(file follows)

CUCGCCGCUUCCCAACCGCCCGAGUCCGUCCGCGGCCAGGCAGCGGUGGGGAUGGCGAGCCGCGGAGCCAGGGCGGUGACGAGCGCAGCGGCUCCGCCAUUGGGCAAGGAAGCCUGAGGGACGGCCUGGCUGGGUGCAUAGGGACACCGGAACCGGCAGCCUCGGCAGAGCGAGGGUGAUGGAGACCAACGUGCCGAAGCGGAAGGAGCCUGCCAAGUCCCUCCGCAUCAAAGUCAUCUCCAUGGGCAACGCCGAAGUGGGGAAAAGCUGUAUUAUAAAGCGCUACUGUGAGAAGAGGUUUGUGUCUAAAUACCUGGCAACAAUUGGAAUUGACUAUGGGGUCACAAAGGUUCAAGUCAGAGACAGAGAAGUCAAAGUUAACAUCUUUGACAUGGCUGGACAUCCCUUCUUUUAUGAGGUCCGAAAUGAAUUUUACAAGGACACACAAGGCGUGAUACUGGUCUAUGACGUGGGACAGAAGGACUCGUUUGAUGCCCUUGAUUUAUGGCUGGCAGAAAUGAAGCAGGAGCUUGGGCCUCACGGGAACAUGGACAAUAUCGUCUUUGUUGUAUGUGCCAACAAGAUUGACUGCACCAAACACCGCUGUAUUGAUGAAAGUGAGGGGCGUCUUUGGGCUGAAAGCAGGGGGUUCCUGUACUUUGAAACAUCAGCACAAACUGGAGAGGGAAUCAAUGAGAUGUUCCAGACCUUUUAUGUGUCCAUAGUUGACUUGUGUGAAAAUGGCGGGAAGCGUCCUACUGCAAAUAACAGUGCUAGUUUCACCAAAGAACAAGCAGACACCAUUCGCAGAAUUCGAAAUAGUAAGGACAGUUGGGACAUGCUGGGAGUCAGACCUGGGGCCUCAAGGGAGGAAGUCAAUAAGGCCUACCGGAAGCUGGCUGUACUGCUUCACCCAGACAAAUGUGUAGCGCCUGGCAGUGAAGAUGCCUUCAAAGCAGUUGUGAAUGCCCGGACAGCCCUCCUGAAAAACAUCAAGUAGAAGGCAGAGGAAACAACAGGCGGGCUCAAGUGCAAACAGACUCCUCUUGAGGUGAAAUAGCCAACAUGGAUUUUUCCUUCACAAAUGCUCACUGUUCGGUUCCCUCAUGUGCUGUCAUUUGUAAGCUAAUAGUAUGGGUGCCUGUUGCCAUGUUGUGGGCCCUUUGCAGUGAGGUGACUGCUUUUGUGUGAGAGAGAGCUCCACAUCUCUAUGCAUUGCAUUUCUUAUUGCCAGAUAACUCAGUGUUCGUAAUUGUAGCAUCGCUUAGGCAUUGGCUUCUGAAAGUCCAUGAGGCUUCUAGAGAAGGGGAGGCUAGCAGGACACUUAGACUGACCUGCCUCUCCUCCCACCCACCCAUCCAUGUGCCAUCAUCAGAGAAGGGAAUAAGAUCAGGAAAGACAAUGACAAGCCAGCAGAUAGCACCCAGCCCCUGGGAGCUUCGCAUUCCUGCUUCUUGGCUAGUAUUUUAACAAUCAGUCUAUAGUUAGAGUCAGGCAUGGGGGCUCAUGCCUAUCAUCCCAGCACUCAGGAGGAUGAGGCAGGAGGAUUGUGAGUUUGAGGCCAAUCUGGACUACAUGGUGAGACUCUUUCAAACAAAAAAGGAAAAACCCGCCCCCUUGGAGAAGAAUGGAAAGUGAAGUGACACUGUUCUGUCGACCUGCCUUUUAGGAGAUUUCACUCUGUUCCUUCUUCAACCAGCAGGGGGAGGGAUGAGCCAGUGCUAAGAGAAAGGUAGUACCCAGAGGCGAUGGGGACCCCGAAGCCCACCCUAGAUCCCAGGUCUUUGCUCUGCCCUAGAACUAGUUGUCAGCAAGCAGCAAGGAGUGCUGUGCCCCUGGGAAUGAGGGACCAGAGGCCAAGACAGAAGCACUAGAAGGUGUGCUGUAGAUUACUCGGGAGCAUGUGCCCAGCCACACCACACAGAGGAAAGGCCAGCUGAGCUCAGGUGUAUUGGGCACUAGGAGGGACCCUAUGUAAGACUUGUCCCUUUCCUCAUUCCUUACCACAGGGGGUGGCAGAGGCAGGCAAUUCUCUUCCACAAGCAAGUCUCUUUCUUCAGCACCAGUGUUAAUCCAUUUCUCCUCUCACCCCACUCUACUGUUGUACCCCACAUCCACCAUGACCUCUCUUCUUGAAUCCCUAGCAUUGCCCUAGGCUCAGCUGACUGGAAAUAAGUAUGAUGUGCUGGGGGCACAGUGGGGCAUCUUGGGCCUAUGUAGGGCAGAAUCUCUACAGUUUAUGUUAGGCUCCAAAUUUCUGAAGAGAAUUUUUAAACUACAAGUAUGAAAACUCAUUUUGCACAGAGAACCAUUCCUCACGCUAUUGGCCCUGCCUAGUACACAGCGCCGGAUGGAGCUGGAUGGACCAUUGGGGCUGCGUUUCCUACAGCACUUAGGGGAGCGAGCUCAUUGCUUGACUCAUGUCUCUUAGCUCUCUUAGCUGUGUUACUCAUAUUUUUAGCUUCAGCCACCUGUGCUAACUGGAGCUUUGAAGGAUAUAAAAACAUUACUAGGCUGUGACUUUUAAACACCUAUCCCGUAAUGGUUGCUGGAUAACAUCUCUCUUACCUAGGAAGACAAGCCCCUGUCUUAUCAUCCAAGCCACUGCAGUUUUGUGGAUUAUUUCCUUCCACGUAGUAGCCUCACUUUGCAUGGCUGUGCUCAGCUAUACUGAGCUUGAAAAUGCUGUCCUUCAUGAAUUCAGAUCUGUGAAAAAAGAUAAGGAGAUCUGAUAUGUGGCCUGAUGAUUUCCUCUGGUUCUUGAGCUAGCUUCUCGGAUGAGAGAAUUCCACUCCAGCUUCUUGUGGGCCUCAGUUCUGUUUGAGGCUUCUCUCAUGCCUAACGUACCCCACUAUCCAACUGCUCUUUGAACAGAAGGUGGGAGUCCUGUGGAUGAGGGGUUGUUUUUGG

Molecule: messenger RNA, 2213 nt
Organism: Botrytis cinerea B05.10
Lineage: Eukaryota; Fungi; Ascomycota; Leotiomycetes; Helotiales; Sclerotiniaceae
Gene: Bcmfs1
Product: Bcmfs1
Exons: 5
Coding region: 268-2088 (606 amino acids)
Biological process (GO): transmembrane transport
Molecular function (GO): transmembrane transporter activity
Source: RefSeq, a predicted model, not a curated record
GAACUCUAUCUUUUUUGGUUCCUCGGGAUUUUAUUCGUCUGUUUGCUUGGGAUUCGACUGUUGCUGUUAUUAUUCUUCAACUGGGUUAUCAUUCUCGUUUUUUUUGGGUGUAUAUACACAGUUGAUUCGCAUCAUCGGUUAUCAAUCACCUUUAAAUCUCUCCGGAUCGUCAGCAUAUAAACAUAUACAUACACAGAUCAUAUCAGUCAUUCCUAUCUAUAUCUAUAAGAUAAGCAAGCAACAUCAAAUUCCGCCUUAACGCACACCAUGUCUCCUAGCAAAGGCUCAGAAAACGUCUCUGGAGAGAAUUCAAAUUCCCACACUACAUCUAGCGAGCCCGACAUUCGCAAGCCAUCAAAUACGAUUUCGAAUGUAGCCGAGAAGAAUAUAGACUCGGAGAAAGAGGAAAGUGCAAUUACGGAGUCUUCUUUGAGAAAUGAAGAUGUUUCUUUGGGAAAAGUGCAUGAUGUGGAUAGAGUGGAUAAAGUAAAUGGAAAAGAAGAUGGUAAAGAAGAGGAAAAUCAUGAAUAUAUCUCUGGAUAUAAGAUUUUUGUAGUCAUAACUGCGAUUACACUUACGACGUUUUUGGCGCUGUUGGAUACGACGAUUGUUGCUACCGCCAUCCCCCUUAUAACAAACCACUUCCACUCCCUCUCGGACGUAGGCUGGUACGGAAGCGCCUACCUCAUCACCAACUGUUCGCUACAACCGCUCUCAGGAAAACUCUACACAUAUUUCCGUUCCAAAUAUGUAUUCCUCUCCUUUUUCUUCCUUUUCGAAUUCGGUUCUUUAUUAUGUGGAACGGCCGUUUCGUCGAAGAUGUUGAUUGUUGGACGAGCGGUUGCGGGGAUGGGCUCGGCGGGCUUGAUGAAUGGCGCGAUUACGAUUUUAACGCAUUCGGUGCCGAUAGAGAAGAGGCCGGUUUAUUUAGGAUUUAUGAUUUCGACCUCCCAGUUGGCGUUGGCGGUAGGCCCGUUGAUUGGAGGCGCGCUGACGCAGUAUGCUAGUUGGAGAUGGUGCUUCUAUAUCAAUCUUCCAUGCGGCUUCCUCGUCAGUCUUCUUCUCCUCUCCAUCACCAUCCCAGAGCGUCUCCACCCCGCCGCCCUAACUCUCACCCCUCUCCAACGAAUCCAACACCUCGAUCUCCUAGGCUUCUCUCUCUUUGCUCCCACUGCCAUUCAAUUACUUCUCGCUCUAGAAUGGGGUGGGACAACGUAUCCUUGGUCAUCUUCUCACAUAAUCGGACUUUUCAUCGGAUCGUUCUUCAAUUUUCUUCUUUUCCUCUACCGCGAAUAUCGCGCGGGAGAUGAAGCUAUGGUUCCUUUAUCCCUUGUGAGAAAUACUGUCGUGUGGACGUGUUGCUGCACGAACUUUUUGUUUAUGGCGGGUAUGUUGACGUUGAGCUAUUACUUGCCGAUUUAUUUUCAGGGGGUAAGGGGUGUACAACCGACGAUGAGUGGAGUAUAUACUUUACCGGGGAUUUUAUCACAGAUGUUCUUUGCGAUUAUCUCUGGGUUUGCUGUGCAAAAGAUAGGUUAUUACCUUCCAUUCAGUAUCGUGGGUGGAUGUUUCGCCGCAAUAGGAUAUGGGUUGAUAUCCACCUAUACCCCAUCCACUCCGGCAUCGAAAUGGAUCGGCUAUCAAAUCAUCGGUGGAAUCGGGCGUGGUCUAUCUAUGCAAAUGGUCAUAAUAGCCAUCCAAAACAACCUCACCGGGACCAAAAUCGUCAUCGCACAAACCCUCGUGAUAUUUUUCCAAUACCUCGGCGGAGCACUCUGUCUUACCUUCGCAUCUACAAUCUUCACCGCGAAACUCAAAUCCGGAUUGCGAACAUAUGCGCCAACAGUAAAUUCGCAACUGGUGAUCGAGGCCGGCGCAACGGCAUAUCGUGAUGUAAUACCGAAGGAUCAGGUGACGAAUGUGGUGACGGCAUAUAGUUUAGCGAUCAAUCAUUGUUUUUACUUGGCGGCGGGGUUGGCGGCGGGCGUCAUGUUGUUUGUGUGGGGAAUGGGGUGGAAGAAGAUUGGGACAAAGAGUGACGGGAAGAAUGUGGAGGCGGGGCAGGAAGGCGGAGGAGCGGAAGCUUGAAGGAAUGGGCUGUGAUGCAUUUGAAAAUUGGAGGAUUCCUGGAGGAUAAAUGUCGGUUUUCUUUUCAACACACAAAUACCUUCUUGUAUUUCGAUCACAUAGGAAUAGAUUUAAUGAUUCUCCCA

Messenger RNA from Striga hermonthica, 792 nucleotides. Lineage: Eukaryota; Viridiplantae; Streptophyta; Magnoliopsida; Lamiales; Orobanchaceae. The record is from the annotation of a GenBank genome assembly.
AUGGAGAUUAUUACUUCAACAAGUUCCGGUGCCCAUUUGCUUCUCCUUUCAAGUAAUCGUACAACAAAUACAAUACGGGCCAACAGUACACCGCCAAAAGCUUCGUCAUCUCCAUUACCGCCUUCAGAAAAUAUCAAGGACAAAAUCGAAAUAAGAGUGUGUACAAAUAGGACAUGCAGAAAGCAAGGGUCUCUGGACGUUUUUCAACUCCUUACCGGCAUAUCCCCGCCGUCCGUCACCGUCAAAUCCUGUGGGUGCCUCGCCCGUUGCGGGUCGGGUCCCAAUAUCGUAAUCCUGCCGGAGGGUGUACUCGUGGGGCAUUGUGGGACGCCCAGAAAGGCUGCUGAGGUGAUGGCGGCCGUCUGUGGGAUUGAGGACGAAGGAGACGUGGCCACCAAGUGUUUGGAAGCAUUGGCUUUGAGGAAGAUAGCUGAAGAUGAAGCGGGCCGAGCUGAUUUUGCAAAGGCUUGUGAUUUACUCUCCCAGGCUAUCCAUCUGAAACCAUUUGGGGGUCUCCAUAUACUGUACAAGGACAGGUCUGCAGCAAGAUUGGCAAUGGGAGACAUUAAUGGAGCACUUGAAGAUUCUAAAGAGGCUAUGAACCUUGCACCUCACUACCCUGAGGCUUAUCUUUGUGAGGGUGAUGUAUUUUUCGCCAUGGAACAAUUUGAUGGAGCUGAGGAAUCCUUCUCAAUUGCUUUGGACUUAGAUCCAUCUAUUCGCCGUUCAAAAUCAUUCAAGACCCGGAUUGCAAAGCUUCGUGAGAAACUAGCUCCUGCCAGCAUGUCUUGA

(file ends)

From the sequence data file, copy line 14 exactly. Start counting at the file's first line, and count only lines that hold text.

AUGGAGAUUAUUACUUCAACAAGUUCCGGUGCCCAUUUGCUUCUCCUUUCAAGUAAUCGUACAACAAAUACAAUACGGGCCAACAGUACACCGCCAAAAGCUUCGUCAUCUCCAUUACCGCCUUCAGAAAAUAUCAAGGACAAAAUCGAAAUAAGAGUGUGUACAAAUAGGACAUGCAGAAAGCAAGGGUCUCUGGACGUUUUUCAACUCCUUACCGGCAUAUCCCCGCCGUCCGUCACCGUCAAAUCCUGUGGGUGCCUCGCCCGUUGCGGGUCGGGUCCCAAUAUCGUAAUCCUGCCGGAGGGUGUACUCGUGGGGCAUUGUGGGACGCCCAGAAAGGCUGCUGAGGUGAUGGCGGCCGUCUGUGGGAUUGAGGACGAAGGAGACGUGGCCACCAAGUGUUUGGAAGCAUUGGCUUUGAGGAAGAUAGCUGAAGAUGAAGCGGGCCGAGCUGAUUUUGCAAAGGCUUGUGAUUUACUCUCCCAGGCUAUCCAUCUGAAACCAUUUGGGGGUCUCCAUAUACUGUACAAGGACAGGUCUGCAGCAAGAUUGGCAAUGGGAGACAUUAAUGGAGCACUUGAAGAUUCUAAAGAGGCUAUGAACCUUGCACCUCACUACCCUGAGGCUUAUCUUUGUGAGGGUGAUGUAUUUUUCGCCAUGGAACAAUUUGAUGGAGCUGAGGAAUCCUUCUCAAUUGCUUUGGACUUAGAUCCAUCUAUUCGCCGUUCAAAAUCAUUCAAGACCCGGAUUGCAAAGCUUCGUGAGAAACUAGCUCCUGCCAGCAUGUCUUGA